Aaah surrender. This place isn´t perfect. The pollution here is devastating, but surely no worse than in the States. Its just hidden better in the States. There are lessons to learn from this place though, and I don´t know how I will return home now to the grid. What can I do? Surely the only logical thing to do is stand before city council and cry, sobbing that we must learn to organize our lives in ways that nourish our souls.

Who knows if this passion will still be that alive when I return, but here is one small record of the innate human response to living even a little closer to the land we are made of, set forth because the energy needed somewhere to go.

I post this as a prayer that all our souls may be nourished by the place we live, more and more each day, and that we remember our ability and response-ability to co-create that nourishing environment.

Amen, Blessed Be, Auuuummmmmmmmmmmmmmmmm.

Saturday, January 8, 2011

Health & Healing

It seems like years ago that I was laying in a hammock talking to a young woman from Canada on Guatemala´s Pacific coast about health care.

The conversation brought to mind an idea I once came up with, that if a group of people wants to organize themselves into a cohesive body, inherent in that organization is that all members look out for one another´s well being. Few hunter-gathererers would stay with a band of people who didn´t share their food or look out for each others safety and health. There would be no point.

Somehow this quality of looking out for one another, intrinsic to human existence, has come to be called `socialism`, or sometimes `communism`, and is treated like the plague in the more ignorant parts of the world (coughcoughunitedstates).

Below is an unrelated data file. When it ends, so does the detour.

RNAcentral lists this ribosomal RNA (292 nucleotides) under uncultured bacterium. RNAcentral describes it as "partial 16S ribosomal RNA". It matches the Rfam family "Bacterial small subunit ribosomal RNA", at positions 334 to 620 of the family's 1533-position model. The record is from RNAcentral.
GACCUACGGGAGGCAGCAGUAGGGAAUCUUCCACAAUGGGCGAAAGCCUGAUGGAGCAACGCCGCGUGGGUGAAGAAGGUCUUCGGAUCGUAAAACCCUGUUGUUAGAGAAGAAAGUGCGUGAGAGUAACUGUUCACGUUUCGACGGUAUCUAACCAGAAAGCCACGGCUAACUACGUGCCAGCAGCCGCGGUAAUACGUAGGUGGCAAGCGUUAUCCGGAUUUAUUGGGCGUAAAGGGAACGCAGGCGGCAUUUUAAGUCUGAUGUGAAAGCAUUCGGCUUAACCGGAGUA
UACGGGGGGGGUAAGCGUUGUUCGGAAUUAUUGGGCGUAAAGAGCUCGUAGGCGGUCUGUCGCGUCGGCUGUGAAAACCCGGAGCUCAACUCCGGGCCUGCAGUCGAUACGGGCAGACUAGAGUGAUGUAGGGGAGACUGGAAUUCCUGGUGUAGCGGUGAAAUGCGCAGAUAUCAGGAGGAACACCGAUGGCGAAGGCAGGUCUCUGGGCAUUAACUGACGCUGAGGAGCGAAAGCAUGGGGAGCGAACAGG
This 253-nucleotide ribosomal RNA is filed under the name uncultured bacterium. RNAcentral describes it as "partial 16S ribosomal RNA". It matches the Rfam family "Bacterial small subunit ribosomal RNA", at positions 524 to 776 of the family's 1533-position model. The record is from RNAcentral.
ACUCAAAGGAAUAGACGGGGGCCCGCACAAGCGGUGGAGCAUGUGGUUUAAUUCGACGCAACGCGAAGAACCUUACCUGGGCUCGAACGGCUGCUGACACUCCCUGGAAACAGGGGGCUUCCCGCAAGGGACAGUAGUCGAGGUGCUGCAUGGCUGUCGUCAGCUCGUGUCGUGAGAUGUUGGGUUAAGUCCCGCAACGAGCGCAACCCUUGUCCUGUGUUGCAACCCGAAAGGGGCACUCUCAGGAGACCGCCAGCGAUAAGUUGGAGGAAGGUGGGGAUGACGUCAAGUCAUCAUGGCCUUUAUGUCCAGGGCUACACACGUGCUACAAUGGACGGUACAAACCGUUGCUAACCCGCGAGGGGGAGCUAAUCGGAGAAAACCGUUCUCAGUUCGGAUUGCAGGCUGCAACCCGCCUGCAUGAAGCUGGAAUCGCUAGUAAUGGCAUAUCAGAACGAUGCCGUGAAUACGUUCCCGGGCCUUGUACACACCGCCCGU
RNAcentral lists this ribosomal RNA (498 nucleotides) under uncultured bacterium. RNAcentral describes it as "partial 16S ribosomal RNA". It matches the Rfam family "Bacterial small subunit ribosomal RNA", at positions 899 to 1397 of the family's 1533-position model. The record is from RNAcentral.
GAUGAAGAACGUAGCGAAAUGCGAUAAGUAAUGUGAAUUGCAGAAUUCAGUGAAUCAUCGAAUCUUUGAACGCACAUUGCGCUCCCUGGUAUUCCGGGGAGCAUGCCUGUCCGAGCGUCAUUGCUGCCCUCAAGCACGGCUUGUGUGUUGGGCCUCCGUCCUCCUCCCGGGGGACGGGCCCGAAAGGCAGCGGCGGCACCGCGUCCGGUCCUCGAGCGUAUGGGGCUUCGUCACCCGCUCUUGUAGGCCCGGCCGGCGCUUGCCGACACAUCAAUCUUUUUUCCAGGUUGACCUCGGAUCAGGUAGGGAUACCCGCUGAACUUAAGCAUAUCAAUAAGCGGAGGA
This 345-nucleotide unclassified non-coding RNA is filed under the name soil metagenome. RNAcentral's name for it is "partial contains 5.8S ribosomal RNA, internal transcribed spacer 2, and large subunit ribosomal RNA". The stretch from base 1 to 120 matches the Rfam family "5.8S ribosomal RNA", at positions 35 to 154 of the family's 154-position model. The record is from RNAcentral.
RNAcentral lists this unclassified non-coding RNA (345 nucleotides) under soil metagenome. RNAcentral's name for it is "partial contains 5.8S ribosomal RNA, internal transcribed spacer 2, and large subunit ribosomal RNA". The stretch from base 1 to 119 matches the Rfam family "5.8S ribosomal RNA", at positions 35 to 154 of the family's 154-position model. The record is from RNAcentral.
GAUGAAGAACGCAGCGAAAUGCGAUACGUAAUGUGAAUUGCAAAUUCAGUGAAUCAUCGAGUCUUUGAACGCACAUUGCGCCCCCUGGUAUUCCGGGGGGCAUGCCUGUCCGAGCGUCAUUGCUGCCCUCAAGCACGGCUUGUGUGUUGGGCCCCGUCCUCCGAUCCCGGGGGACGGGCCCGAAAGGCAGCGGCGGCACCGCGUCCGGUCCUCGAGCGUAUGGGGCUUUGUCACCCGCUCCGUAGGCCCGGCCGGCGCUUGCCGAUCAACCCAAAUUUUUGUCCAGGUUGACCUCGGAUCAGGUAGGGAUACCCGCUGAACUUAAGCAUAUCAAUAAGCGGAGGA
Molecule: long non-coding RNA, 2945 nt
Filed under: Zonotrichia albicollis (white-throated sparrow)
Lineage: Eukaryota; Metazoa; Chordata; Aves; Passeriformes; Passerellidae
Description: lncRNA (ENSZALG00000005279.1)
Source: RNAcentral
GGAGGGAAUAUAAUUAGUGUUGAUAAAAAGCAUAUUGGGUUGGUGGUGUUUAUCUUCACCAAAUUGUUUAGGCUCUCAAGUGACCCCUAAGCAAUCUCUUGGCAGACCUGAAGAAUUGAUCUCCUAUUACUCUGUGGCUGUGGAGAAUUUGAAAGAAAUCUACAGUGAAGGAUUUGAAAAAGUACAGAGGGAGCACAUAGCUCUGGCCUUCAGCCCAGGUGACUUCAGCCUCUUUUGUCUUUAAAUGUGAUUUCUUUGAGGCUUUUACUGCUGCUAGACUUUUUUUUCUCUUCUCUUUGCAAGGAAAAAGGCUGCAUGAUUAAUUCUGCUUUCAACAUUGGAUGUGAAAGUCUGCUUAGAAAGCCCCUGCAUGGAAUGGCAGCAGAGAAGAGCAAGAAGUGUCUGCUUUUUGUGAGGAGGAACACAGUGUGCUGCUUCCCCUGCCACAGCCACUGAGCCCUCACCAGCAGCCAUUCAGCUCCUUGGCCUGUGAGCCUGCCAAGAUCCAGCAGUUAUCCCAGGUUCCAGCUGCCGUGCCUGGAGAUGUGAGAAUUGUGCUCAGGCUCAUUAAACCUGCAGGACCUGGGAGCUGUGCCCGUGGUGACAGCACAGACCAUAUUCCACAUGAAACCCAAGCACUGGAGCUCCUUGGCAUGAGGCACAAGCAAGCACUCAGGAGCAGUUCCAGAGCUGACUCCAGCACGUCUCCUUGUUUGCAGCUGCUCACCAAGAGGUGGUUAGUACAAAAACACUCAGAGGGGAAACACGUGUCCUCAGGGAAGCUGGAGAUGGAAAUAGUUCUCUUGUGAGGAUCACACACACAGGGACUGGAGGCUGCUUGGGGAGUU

Leaving aside the idea that we are one human family for a moment, its completely understandable that someone living in Texas or Miami wouldn`t give a rat`s ass about the health and well-being of poor liberal children in California.

However, if you don`t see yourself as responsible for someone`s else well-being, neither are they obligated to make or follow social agreements with you.

You can`t have it both ways, simultaneously telling people that you are all one nation, under God, and must abide by the same codes of living (called laws), and that everyone is accountable to the so-called justice system, and then treat people like they aren`t part of your tribe by denying them food, health care, or other assistance while you have more than enough. Its hypocritical.

However I got really jaded about this whole concept as I started thinking about the toxicity of so-called healthcare in the States. People drugged up on pharmaceuticals they don`t even need, women being told they can`t have their babies at home, kids misdiagnosed with learning disabilities because they`re being driven crazy from being stuck in a dreary classroom all day when they should be out climbing trees. Who wants this kind of universal healthcare? Not I.